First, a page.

Advertising regulator upholds Ecotricity claim as ‘Britain’s greenest energy provider’


ASA logoThe UK Advertising Standards Authority has dismissed a claim by Tesla – the manufacturer of battery-powered vehicles (BPVs) –  that renewable-energy provider Ecotricity’s electricity was not wholly-renewable has been dismissed by the regulator.

It investigated a number of claims on Ecotricity’s website about its energy supply which included “Britain’s greenest energy” and “The electricity we supply is the greenest of any company in Britain”.

Tesla Motors Ltd said that these claims were misleading and could not be substantiated.

But in an unexpected twist, rival ‘green’ energy provider Good Energy, announced last night it is now to challenge the ASA ruling that Ecotricity is  “Britain’s greenest energy” supplier.

David Brooks, Good Energy Managing Director, said: “We’re surprised and disappointed by this ruling and intend to challenge it. The ASA appears to have based its decision purely on data provided by Ecotricity without considering whether that data represents an objective view.

“Obviously, the criteria Ecotricity has chosen to measure itself against other companies has been selected to suit Ecotricity. We don’t think the ASA has considered what it calls “suitable comparative data” before reaching its conclusions.

“Since we started over 15 years ago, Good Energy has only ever provided 100% renewable electricity. We’re the only company which has never included fossil fuels in our “fuel mix”.”

Ecotricity explained that in the UK, the accepted methodology for comparing electricity sources was via the Fuel Mix Disclosure (FMD) which OFGEM required to be published each year. The FMD broke down the electricity supplied each year by its method of generation: coal; natural gas; nuclear; other; and renewables, and an emissions factor was assigned to each method of generation.

Those figures were used to calculate the average carbon dioxide (CO2) emissions per kilo watt hours (kWh) of electricity supplied. They went on to explain that renewable sources had an emissions factor of zero because they did not produce any emissions during generation.

Ecotricity submitted evidence of the CO2 emissions (g per kWh of electricity produced) for the following generation methods: coal; gas; photovoltaic (commonly used in solar panels); wave and tidal; biogas (anaerobic digestion & landfill); offshore and onshore wind; nuclear; and hydro-electric. That showed coal had the highest CO2 emissions and that on-shore wind had one of the lowest.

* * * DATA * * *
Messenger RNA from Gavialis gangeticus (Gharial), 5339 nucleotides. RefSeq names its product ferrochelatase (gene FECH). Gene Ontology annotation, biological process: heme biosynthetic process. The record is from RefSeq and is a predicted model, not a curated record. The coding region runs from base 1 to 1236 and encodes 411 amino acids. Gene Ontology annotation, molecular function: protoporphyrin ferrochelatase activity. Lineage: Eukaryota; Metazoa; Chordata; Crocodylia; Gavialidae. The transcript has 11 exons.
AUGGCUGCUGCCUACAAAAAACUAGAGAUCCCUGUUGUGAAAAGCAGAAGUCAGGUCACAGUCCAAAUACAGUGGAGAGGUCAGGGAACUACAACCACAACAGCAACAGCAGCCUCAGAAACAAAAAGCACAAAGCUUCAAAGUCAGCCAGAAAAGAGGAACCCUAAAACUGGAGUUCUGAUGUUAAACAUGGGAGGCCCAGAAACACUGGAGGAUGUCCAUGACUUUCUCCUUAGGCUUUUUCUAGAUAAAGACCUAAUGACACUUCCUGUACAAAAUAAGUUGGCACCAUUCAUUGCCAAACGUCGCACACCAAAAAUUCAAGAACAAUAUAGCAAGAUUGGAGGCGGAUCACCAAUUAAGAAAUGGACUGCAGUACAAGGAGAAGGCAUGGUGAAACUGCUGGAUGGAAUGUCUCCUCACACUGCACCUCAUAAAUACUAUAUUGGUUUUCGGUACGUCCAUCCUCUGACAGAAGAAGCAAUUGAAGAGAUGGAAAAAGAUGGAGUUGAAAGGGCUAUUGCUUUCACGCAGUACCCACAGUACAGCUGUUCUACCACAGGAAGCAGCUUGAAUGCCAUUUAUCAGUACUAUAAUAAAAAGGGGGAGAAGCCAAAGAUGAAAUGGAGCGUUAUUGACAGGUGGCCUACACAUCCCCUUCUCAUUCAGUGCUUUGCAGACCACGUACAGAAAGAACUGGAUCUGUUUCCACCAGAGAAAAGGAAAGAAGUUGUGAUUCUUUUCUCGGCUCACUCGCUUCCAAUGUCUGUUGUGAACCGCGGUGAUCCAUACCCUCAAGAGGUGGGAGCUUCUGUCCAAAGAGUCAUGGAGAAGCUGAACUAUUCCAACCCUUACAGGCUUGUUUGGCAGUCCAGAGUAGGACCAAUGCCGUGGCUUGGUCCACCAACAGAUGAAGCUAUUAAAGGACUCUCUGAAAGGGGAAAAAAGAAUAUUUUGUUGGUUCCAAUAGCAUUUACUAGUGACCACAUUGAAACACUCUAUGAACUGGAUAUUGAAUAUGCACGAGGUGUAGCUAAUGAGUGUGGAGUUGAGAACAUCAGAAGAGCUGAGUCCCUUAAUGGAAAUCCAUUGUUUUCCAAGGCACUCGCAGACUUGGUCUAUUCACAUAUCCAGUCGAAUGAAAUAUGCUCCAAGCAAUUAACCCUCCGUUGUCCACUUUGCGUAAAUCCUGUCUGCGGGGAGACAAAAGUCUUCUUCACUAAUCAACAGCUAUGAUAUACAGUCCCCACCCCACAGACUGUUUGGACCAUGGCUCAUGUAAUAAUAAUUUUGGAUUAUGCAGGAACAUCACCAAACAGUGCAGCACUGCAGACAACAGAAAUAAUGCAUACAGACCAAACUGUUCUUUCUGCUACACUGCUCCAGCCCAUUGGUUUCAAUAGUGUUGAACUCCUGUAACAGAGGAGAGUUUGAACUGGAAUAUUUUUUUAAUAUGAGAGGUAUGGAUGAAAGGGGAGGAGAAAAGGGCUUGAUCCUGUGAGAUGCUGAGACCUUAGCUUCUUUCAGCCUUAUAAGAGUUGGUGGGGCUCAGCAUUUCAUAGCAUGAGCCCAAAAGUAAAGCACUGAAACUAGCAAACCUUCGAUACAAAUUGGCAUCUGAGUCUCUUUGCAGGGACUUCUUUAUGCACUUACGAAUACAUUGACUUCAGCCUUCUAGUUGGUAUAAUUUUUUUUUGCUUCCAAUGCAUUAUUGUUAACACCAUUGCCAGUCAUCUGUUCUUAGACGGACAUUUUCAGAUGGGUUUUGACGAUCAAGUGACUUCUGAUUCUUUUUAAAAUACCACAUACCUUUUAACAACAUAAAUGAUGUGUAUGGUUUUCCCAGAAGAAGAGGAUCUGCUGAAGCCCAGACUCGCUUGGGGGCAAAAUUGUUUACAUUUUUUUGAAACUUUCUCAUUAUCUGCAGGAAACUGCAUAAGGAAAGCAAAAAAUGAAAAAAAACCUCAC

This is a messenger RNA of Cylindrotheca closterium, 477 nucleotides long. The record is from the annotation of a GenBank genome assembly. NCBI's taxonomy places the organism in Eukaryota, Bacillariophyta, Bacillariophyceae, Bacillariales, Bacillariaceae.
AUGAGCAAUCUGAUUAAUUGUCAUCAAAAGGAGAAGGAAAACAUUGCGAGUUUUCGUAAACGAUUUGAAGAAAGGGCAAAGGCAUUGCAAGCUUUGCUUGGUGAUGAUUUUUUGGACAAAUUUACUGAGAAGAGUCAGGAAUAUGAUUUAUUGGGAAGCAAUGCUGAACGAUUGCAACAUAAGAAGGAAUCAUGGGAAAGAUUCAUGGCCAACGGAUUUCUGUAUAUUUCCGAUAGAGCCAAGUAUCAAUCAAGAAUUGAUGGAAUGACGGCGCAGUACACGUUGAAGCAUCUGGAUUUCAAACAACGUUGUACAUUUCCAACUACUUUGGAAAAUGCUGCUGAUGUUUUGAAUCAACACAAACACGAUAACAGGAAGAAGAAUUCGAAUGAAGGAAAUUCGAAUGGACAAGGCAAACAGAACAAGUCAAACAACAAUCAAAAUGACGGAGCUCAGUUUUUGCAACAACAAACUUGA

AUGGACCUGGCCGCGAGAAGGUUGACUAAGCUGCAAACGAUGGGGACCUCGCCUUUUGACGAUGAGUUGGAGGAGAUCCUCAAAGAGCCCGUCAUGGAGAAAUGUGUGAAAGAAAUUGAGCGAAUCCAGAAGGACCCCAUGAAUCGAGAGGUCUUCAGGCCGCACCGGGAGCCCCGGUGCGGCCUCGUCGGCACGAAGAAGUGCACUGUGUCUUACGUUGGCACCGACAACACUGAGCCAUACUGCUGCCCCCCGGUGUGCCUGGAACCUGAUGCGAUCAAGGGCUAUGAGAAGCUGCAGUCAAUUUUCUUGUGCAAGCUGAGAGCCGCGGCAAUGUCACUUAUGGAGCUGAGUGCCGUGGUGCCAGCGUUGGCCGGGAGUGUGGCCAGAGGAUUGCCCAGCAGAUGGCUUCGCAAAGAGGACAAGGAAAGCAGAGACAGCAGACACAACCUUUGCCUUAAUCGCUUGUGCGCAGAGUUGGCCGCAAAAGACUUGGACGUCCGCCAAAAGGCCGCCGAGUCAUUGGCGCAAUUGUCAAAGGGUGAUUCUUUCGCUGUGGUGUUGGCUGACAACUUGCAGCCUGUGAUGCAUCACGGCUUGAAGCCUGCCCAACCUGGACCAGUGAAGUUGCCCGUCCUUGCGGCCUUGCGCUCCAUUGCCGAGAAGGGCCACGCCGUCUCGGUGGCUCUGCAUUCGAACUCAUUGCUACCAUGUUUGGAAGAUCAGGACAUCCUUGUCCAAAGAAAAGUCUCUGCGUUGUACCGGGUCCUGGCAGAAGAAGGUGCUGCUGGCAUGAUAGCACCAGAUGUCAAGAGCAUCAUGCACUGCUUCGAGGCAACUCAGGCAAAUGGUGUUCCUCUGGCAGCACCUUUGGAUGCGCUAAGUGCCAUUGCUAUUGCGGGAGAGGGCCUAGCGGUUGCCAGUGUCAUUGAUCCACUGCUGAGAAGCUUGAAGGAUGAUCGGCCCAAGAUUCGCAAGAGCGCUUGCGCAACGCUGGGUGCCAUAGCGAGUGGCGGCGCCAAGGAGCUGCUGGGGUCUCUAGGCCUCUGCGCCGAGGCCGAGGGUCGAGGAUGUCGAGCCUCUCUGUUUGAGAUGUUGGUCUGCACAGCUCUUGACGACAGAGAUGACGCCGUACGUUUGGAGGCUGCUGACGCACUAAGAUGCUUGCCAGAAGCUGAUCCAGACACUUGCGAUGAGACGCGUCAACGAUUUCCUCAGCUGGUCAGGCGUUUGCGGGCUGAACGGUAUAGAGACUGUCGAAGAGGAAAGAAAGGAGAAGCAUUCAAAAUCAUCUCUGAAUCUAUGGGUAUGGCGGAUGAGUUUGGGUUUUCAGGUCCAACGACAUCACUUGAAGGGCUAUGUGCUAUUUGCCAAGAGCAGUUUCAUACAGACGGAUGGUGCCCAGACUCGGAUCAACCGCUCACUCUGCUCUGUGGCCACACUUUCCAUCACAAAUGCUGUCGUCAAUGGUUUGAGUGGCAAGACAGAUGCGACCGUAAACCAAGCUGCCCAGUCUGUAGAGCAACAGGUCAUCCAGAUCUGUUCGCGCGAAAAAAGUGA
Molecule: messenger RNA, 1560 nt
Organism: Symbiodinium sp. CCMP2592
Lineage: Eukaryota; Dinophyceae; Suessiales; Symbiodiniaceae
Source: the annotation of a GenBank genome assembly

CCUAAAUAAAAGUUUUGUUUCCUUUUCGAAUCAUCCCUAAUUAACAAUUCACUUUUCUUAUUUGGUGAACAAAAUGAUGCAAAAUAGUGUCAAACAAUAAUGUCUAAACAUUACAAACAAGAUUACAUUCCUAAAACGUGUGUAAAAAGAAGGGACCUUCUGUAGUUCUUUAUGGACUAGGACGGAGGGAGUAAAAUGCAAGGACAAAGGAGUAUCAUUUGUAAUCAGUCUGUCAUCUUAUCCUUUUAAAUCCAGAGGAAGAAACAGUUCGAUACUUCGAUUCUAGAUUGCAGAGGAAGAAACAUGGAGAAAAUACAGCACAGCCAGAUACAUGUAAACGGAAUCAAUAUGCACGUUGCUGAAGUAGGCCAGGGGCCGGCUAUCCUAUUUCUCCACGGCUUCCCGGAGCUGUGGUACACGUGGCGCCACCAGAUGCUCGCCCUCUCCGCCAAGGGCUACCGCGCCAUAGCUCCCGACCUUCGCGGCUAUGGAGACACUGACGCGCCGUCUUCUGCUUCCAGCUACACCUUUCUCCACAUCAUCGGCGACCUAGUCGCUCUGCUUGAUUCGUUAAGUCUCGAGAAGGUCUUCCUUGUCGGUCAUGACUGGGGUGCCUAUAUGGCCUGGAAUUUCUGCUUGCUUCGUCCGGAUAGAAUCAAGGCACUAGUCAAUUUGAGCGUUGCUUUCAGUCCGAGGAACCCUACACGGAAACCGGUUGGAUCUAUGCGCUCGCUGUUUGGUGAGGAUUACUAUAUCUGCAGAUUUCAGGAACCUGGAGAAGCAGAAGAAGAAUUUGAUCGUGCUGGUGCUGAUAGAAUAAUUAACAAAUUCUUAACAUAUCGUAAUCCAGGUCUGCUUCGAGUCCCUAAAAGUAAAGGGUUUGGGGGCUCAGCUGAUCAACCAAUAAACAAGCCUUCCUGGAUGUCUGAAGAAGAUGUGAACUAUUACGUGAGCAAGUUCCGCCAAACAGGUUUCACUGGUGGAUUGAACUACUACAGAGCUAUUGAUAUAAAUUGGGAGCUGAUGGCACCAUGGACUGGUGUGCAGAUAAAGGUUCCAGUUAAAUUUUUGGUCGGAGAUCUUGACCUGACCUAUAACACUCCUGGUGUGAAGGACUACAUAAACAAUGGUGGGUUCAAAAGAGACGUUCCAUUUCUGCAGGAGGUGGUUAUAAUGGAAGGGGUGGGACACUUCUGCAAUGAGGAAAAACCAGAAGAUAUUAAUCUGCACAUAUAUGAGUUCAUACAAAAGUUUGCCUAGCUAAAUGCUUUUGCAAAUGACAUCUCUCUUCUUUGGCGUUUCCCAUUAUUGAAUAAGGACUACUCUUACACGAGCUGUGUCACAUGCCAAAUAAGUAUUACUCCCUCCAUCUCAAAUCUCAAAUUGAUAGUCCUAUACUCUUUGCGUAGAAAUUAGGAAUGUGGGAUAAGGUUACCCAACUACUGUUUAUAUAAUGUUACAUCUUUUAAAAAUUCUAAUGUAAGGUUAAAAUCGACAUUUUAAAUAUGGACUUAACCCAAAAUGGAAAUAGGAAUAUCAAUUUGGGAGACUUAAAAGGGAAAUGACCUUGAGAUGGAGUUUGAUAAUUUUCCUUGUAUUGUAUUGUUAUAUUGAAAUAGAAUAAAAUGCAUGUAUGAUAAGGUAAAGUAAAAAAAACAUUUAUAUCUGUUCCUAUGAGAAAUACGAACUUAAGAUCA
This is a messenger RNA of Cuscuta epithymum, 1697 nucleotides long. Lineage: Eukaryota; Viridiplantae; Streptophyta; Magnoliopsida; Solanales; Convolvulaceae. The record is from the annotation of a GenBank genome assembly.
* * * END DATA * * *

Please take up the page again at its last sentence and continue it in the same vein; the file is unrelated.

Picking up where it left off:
In its adjudication, the ASA said Ecotricity had supplied the FMD for their electricity and that of their only commercial competitor who also provided electricity which came from 100% renewable sources.

They had compared the CO2 emissions from the lifecycle of both which showed that Ecotricity’s was 10.7 g CO2 per kWh compared to that of their competitor at 18.2 g CO2 per kWh. Therefore, they believed they had substantiated their claim of “greenest electricity”.

Ecotricity said they were the only supplier to also provide “green gas” which was composed of mostly natural gas with a small percentage of sugar beet derived gas.

They provided evidence which demonstrated that their “green gas” had been certified.

They said that as yet, there was no prescribed methodology for assessing “green gas” sources like there was for electricity.

However, because nobody else supplied “green gas” they compared their own “green gas” to the norm which was 100% fossil fuel derived. They said that lifecycle emissions associated with gas from sugar beet (the source of their green gas) were 99 g CO2 per kWh compared to 199 g CO2 per kWh when burning fossil fuel gas.

They went on to explain that the fuel mix of their “green gas” was comprised of 5% sugar beet derived gas and 95% fossil fuel derived gas. Subsequently, they said their “green gas” had a combined emissions value of 197 g CO2 per kWh.

Because of the life cycle CO2 emissions for their electricity and that they were the only supplier to provide “green gas”, Ecotricity believed the claims that they supplied the greenest energy in Britain had been substantiated and were not misleading.

 

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